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Saturday, Jan. 1, 2005
Bless your house, TV for the new year!
By AMY CHAVEZ
A male voice called out. I ran downstairs and there was a Buddhist priest, dressed in full robes, standing in my genkan. At first I panicked, "Am I dead?" No, that's what Catholic priests do, not Buddhist priests. He smiled and looked at me expectantly. I smiled back, wondering why in the world a Buddist priest was standing in my genkan.
"Ninogyo," he said, attempting to relieve my confusion.
Ninogyo? Ninogyo! It was one of those words I should know, but for the life of me I couldn't remember. It was probably one of those special Japanese words used only once a year on a special occasion which I conveniently forget until the next year when I need to use it again.
Then it hit me: ninogyo! Yes, it was the end of the year so the priest was going around to bless the houses for the new year. Ninogyo are the prayers he chants to invite gods into the house to protect us for the next year.
"Chotto matte," I told him and left him standing in the genkan while I quickly cleaned the living room by throwing everything into the adjoining room and closing the door, a technique I learned from my parents.
When I was finally ready, I invited him into the living room and he made his way to the tokonoma, the alcove area in a Japanese house reserved for displaying Japanese treasures such as a scroll or ikebana.
This is when I realized that what I should have been cleaning was not the living room, but the tokonoma. When I looked at the tokonoma, I was shocked at what I saw inside it -- the TV! I had completely forgotten. Not that there was a TV there, but that there was a tokonoma there.
The tokonoma stretches from floor to ceiling but varies in width depending on the house. In older houses like mine, the tokonoma takes up two thirds of the wall on one side of the living room.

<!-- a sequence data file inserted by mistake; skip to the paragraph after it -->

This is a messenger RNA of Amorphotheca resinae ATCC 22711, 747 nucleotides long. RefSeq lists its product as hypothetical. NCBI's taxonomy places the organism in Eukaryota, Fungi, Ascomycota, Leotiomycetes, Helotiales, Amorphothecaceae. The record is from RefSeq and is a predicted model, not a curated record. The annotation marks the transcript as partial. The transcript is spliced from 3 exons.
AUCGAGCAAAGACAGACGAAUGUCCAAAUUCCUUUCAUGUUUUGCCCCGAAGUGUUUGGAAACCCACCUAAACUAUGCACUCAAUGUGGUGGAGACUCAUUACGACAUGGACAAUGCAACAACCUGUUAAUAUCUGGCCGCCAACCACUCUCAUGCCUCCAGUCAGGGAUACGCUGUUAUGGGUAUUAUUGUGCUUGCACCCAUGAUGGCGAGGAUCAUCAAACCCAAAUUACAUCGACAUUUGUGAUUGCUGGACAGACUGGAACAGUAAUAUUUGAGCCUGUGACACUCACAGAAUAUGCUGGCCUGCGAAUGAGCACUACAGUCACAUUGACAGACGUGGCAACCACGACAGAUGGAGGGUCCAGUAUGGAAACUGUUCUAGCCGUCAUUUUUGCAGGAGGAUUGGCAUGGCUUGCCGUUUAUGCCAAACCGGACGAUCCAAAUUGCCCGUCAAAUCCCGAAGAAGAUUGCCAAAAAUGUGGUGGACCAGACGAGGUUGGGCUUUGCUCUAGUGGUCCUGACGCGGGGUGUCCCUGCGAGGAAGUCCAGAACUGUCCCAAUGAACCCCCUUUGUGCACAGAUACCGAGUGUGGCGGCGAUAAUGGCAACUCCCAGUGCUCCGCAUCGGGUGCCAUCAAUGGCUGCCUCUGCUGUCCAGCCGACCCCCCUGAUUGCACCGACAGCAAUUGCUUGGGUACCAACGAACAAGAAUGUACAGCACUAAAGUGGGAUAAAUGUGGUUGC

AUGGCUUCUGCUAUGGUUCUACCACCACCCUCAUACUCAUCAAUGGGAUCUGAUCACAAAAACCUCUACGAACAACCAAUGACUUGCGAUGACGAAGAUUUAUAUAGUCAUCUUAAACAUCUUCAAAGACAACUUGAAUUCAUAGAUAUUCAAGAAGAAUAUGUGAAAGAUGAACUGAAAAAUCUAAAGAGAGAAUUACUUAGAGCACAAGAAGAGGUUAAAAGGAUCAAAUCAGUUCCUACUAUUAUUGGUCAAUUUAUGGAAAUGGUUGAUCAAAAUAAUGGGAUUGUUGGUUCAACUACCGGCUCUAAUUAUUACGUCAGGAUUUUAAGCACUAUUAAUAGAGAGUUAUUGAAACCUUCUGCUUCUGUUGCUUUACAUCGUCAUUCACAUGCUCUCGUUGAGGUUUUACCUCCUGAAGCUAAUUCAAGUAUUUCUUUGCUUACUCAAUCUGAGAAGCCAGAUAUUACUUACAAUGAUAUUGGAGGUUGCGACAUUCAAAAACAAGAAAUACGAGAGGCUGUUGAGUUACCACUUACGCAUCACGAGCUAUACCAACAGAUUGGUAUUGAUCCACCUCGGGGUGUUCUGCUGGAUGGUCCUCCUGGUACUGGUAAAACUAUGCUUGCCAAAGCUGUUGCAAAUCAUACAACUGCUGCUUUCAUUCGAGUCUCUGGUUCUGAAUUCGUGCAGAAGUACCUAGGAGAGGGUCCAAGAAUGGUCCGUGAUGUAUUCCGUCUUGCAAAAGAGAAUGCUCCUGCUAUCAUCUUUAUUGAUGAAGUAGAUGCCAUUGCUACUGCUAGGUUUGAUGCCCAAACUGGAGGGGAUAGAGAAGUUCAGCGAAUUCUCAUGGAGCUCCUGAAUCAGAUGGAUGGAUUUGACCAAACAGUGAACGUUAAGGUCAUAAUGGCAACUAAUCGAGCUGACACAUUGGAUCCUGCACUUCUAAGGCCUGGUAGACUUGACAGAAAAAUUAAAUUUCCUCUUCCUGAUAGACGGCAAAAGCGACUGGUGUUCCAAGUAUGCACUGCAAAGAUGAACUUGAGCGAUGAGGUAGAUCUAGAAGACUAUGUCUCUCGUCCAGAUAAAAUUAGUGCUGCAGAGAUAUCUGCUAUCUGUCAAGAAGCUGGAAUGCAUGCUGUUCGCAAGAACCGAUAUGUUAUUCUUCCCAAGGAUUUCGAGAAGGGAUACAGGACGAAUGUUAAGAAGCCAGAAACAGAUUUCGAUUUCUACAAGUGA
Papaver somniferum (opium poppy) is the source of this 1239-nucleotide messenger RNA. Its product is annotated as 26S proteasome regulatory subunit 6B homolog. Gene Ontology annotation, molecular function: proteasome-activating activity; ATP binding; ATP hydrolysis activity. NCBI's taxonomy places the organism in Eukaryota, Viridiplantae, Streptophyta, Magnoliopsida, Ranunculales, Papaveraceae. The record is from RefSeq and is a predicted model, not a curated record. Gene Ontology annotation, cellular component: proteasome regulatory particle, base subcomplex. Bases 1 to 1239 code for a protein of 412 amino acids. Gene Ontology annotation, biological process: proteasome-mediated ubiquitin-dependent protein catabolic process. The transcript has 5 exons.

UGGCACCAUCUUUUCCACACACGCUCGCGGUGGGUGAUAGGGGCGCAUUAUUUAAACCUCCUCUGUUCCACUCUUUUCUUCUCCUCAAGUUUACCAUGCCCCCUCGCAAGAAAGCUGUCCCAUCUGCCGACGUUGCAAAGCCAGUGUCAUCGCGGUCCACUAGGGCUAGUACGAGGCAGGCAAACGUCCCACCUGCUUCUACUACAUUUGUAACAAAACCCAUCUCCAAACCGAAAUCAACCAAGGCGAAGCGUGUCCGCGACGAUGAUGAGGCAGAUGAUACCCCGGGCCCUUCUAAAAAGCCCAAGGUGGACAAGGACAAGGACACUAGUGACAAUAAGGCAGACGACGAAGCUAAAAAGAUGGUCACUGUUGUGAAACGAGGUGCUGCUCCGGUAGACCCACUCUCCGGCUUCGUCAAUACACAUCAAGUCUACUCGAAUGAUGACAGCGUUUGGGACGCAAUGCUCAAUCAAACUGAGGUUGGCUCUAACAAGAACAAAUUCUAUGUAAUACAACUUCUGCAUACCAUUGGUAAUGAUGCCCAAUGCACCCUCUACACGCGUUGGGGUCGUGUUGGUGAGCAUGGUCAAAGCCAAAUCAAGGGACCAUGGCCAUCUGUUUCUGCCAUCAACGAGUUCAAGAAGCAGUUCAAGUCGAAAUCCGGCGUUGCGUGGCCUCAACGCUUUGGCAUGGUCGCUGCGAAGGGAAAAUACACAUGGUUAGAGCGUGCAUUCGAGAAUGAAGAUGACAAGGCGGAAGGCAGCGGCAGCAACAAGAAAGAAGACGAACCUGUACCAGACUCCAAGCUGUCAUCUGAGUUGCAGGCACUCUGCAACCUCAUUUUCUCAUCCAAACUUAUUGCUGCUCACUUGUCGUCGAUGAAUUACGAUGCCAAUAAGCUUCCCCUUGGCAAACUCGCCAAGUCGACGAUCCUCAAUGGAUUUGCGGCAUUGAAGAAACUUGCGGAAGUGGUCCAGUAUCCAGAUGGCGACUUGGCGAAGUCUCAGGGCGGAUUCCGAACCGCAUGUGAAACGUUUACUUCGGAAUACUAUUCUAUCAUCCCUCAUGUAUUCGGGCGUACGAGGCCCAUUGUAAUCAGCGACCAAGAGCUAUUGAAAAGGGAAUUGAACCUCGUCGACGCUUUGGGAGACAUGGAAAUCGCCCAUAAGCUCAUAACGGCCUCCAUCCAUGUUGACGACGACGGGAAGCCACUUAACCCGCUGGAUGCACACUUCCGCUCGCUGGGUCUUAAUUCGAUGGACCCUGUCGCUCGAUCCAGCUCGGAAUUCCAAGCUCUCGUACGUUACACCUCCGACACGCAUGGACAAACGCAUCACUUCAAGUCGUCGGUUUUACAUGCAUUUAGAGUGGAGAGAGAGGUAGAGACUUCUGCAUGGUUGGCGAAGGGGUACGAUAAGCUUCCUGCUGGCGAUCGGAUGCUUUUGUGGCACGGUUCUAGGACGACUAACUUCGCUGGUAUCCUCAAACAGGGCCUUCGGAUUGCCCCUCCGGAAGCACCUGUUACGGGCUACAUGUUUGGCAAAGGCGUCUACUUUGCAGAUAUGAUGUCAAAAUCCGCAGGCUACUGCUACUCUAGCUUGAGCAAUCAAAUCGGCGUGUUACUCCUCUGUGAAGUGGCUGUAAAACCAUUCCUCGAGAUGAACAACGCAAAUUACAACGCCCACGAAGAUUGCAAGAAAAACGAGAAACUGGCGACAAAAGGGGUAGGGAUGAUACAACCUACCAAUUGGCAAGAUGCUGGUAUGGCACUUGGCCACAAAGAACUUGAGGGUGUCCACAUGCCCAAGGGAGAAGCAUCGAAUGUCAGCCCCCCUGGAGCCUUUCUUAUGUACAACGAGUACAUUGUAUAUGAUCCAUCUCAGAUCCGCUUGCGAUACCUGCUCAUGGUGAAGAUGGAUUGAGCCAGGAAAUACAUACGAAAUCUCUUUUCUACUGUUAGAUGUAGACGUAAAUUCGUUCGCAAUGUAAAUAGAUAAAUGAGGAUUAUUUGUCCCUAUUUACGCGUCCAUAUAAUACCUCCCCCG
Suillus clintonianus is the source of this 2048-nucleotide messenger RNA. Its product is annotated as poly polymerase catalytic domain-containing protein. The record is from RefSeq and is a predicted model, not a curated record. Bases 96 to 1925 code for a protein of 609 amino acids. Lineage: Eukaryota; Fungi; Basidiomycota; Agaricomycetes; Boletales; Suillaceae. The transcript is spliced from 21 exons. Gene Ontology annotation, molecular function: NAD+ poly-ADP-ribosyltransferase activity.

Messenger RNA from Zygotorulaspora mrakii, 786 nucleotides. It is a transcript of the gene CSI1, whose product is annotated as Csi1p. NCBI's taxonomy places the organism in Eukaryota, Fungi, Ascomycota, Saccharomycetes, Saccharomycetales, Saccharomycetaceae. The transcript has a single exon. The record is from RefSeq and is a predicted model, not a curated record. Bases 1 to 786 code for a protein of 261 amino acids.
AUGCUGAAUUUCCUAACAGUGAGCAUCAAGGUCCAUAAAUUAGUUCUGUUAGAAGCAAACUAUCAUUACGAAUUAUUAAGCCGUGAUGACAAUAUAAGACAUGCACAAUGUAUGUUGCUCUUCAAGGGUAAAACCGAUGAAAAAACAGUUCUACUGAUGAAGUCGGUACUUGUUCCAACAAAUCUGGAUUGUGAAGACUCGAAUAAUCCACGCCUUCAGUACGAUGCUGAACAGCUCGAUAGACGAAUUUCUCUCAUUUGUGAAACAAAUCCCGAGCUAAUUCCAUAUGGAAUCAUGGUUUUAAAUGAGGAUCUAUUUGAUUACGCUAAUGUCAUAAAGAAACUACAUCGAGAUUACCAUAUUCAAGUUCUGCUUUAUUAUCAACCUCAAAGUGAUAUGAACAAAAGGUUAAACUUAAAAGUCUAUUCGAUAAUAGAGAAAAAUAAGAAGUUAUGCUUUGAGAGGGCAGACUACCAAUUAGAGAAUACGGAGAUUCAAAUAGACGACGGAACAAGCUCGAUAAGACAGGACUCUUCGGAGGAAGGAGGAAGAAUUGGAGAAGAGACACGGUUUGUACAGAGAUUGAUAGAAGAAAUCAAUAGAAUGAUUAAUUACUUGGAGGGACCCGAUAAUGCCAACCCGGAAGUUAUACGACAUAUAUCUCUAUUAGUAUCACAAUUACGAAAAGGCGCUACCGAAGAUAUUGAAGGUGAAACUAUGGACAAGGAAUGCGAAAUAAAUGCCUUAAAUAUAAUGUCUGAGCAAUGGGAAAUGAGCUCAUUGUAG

Since the tokonoma is set about 70 cm into the wall, I have always found the urge to place electronics inside there irresistible, and thus stored the stereo in half of my tokonoma. In the other open half, for many years I kept an imaginary tiger. This worked out well since the priest could not see the imaginary tiger, so he could pray in that open space of the tokonoma.
When my imaginary tiger passed away, I replaced him with the TV. So now, the tokonoma is full. The priest paced back and forth in front of the tokonoma a few times, finally settling down in front of a small 10 cm gap between the stereo and the TV.
He lit a candle and sat in the seiza position. For the next 15 minutes, he chanted ninogyo, inviting the good spirits into the house and jingling his staff in such a way that would make Harry Potter jealous. It seemed to me that he was rushing the ninogyo a bit, but then again, he is a busy priest with many houses to bless.
When finished, I served him Kaluah and coffee while he explained the fuda, the strips of paper to be hung at certain points in the house to keep out back luck.
"What about this one?" I inquired about the one with a picture of a boat on it.
"That is for your boat, to protect it. Put it somewhere safe inside your boat."
When he looked down at his G-shock watch, I knew it was an indication that he must be on his way. There were many more houses to bless. I ushered him to the door, thanked him and gave him an "Orei" envelope in exchange for the blessings.
As he was leaving my genkan, he turned to me, smiled and said, "That's the first time I have ever prayed to a TV."
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